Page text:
It is difficult, in view of all the foregoing, to escape the conclusion that the Mandates Commission has evaded the responsibility which legitimately rests upon it and must rest upon it if the mandates system is to be more than the pious fraud which its hostile critics have asserted it to be. If the Commission, in order to avoid damaging the susceptibilities of mandatory powers, is to decline to exercise its full critical powers and rights, then the foundations of the system will have been shattered.

[i] Permanent Mandates Commission, Minutes, XX, pp. 32-38 and 163.

[ii] But the Assembly can by no means be ignored in this connection, because of its jurisdiction over the admission of new members into the League. The termination of a mandate without the entry of the new state into the League is conceivable, but highly improbable. The preamble of the Anglo-Iraqi Treaty of June 30, 1930, speaks of the automatic termination of the mandatory responsibilities of Great Britain "upon the admission of Iraq to the League of Nations." The act of admission was voted by the League on October 3, 1932.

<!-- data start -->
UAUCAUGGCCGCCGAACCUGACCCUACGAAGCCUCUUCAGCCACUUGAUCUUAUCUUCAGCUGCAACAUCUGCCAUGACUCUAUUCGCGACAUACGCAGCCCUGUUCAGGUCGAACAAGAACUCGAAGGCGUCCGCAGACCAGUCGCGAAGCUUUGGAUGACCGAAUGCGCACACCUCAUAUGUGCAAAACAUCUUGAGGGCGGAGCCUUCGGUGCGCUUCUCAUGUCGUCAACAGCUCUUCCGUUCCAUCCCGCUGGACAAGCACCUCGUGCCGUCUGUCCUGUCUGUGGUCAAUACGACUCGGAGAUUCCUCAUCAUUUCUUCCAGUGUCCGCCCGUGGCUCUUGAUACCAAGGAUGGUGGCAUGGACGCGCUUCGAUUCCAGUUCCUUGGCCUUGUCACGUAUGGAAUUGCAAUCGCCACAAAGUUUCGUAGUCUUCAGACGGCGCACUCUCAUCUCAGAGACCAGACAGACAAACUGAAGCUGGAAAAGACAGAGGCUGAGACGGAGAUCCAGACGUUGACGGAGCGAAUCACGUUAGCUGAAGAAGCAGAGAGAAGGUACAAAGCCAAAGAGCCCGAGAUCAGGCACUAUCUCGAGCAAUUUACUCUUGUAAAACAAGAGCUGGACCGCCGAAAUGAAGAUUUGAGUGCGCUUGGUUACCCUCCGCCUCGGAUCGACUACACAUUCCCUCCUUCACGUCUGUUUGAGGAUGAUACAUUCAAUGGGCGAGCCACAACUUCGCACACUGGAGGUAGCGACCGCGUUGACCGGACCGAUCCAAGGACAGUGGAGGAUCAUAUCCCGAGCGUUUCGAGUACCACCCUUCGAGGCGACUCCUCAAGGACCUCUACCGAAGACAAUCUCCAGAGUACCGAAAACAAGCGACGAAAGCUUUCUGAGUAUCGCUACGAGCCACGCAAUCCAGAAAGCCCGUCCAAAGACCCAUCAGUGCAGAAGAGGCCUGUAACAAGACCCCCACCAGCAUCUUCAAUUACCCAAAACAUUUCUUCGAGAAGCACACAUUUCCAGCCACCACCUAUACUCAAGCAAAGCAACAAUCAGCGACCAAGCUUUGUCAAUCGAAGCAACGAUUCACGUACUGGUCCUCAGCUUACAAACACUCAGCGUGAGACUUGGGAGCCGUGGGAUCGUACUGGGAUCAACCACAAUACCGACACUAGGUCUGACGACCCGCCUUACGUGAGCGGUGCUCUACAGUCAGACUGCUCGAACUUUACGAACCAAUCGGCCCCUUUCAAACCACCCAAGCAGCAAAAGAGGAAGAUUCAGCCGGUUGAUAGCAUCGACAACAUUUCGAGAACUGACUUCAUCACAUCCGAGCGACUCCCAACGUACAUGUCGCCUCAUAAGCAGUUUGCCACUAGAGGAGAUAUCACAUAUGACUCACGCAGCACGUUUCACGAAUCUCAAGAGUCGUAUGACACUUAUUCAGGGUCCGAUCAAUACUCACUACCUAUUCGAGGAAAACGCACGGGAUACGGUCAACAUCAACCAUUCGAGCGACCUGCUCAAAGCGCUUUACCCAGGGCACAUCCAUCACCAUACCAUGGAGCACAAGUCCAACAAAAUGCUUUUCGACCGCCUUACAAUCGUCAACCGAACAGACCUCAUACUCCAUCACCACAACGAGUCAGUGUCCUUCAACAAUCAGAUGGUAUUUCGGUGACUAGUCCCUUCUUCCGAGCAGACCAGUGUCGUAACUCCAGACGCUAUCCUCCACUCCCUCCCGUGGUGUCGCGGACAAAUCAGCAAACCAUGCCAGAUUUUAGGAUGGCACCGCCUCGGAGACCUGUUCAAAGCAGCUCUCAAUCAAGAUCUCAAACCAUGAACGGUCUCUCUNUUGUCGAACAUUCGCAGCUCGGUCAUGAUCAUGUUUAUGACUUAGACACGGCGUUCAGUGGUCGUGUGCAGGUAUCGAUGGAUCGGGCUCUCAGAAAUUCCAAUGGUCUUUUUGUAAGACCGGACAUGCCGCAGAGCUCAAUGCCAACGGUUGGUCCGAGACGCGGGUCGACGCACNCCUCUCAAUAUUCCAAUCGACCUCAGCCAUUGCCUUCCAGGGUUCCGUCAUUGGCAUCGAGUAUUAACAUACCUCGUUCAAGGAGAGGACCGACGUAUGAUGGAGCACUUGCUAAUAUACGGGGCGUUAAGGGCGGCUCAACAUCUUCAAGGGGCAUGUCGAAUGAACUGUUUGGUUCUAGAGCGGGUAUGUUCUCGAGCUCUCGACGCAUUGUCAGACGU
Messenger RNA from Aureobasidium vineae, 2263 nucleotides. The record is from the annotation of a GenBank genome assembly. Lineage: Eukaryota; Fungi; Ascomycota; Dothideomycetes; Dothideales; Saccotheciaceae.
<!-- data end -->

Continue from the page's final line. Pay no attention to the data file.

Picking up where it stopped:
[iii] Permanent Mandates Commission, Minutes, XXI, Annex 22.

[iv]Official Journal, November, 1931, p. 2049.

[v] Permanent Mandates Commission, Minutes, XX, p. 134. The only portion of this declaration which the Commission omits in its report to the Council is the concluding clause.

[vi] The provisions of this treaty were the subject of critical examination in the course of the Commission's discussions. Several members hinted strongly that Great Britain in terminating the mandate had secured for herself a position incompatible with the sovereign independence of Iraq. The Chairman stated that in certain clauses of the treaty "the extreme limit of what could be done without infringing the independence of a state, as conceived by the Covenant, had been reached and perhaps even passed," while M. Palacios remarked that it was difficult not to share the apprehensions of those who saw the mandate being replaced by an ordinary protectorate.

  • RUPERT EMERSON, Assistant Professor of Government in Harvard University, at present in the Far East engaged in a study of colonial administration